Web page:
While the phenonemon of coagulation of emulsions is not completely understood, it is wellknown that the phenonemon is one of an electrical character and requires the presence in an emulsion system of a definite concentration of charged particles in order to effect coagulation. Moreover, it is also known that ion interchange takes place between the crystalline calcium carbonate and the calcium ions in the solution at the surface of the calcium carbonate crystals and that therefor a substantial concentration of calcium ions exists at the surface of the calcium carbonate crystals. Accordingly, it is apparent that rather than an electrolyte, existing as an ion in the solution, effecting the coagulation of the polyvinyl chloride from the emulsion system as such, in this case the polyvinyl chloride is coagulated at the crystal surface and deposited upon the crystals of the calcium carbonate. Moreover. this is borne out by examination of the final prodnot of this invention, from which it can be seen that there is a total absence of agglomerated calcium carbonate and that the calcium carbonate is so finely distributed with the polyvinyl chloride that visual examination thereof gives no evidence of presence of calcium carbonate as such.
The present invention, in addition to being applicable to the coagulation and co-precipitation with the filler calcium carbonate of polyvinyl chloride as such, is also applicable to copolymers with polyvinyl chloride, although among the polymers to which the invention is applicable, it has been found that vinyl chloride is coagulated most satisfactorily by the process of this invention and is preferred. The process, however, is applicable to the coagulation of emulsions of vinyl chloride which has been polymerized in the presence of other materials which contain an ethylenic bond capable of vinyl polymerization. The method of this invention therefore provides an effective means of obtaining high quality 00- polymers filled with calcium carbonate in a more intimate manner than heretofore has been possible by prior art methods. Thus, high quality filled copolymers may be obtained with the following substances: Methyl methacrylate, ethyl methacrylate, butyl methacrylate, octyl methacrylate, Z-nitro-Z-methyl propyl methacrylate, methoxyethyl methacrylate, chlorethyl methacrylate, phenyl methacrylate, cyclohexyl methacrylate, and the corresponding esters of acrylic acid, acryloand methacrylonitrile, acryland methacrylamide or mono-alkyl substitution prodchloro acetate, vinyl propionate, vinyl butyrate.
and vinyl stearate; vinylene-alpha-beta dicarboxylic acids, or their anhydrides or derivatives such-as maleic anhydride, fumaric esters, maleic esters, citraconic esters and mesaconic esters;
vinyl carbozole vinyl ethers; mono-olefines and substitution products thereof as styrene, 'isobutylene, and the like. With regard to copolymers, this invention is chiefly concerned with copolymers of vinyl chlorideand one or more other operable monomers which contain. from about 50% to 95% or more of' vinyl chloride by:weight.. While 'it is apparent that theproperties of the copolymers filled in accordance with the method of th invention will depend to some extent upon the type and amountof the copolymerized ingredient included with the vinyl chloride, ingene eral, since vinyl chloride will predominate, the properties of vinyl chloride also will predominate in the combination. As noted above, it is within the'scope of this invention to coagulate an emulsion of polymerized vinyl chloride which has been conjointly polymerized with two or more compounds which contain an ethylenic bond capable of vinyl polymerization.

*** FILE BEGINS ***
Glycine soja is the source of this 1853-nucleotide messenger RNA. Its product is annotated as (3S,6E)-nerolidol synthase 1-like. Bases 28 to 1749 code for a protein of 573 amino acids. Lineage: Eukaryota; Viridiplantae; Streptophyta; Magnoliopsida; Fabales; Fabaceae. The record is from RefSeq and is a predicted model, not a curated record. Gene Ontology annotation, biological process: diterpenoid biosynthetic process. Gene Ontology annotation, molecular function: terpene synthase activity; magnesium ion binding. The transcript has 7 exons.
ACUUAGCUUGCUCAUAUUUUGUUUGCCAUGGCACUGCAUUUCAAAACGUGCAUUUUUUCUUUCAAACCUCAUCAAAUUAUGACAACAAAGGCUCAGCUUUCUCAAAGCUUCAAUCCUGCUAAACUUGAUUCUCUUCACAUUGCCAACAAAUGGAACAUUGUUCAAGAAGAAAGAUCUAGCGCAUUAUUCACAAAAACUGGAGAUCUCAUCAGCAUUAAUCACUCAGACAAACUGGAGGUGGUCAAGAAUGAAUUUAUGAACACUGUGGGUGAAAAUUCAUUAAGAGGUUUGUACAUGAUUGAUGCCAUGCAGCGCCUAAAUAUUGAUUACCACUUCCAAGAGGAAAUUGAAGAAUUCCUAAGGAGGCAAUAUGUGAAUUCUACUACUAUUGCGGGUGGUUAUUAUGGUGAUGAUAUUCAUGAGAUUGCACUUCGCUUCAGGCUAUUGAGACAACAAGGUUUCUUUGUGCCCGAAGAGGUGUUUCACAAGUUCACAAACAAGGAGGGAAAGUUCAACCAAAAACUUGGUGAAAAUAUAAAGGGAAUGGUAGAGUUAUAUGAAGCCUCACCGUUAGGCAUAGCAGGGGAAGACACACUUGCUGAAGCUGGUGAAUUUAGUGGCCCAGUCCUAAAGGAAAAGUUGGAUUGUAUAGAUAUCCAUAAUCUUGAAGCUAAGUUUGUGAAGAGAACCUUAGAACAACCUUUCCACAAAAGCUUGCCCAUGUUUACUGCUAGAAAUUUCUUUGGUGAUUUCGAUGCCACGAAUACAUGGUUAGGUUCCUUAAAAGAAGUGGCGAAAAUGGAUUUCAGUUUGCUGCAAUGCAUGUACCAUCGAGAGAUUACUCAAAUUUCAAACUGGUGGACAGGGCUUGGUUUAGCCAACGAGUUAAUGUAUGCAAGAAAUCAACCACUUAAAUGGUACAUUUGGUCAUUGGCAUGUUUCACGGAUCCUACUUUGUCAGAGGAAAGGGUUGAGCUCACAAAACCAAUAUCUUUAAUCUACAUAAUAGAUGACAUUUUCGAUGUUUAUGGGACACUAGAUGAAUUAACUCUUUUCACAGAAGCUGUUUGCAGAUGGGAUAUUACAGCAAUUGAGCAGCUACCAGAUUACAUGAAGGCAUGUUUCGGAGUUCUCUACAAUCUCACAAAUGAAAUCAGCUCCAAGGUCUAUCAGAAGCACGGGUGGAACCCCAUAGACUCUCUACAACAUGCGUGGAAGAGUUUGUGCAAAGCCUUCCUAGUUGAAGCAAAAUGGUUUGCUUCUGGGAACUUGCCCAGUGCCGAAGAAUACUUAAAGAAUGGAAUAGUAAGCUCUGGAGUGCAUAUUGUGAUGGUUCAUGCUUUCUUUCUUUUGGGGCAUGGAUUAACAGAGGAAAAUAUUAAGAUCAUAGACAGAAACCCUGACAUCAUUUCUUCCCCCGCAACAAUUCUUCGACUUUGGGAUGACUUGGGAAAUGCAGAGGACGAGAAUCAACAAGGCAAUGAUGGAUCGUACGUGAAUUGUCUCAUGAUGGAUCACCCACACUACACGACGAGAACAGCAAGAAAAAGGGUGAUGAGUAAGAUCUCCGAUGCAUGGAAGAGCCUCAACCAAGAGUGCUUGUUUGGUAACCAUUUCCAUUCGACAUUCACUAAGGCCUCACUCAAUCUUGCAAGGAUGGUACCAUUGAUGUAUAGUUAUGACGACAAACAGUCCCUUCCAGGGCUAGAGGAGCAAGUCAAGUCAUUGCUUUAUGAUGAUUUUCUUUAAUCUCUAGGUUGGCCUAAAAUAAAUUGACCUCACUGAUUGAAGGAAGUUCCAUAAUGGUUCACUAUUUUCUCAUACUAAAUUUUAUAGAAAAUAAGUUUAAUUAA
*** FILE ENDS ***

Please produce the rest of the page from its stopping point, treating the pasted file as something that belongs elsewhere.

In order that those skilled in the art may more fully understand the present invention and the method by which its practice is most suitably efiected, the following examples are offered:
EXAMPLE I A polyvinyl chloride emulsion produced by polymerizing monomeric vinyl chloride in emulsion in the presence of a redox system comprisin sodium persulfate, sodium sulfite, is obtained in a concentration of 22.1 gms. of polyvinyl. chloride to 100 mls. of emulsion. To this emulsion, 100 gms. of distilled water are added and. upon complete mixture being obtained, the diluted emulsion is added with stirring to 100 mls. of a dispersion in water of calcium carbonate containing 4.10 gms. of calcium carbonate, the particles of which have a size of the order of 0.05' to 0.06 micron. Coagulation occurs as the emulsion is added and is completed without further addition of electrolyte. The combination is heated to 75-80 C. and precipitated, filtered and washed with considerable ease. Upon drying, the filled product comprising the intimate combination of polymerized vinyl chloride and calcium carbonate, after mixing and working up on EXAMPLE II Following the procedure of Example I, the following combinations of polyvinyl chloride of a. molecular weight of about 100,000 and calcium carbonate having a particle size of the order of less than 0.08 micron were prepared: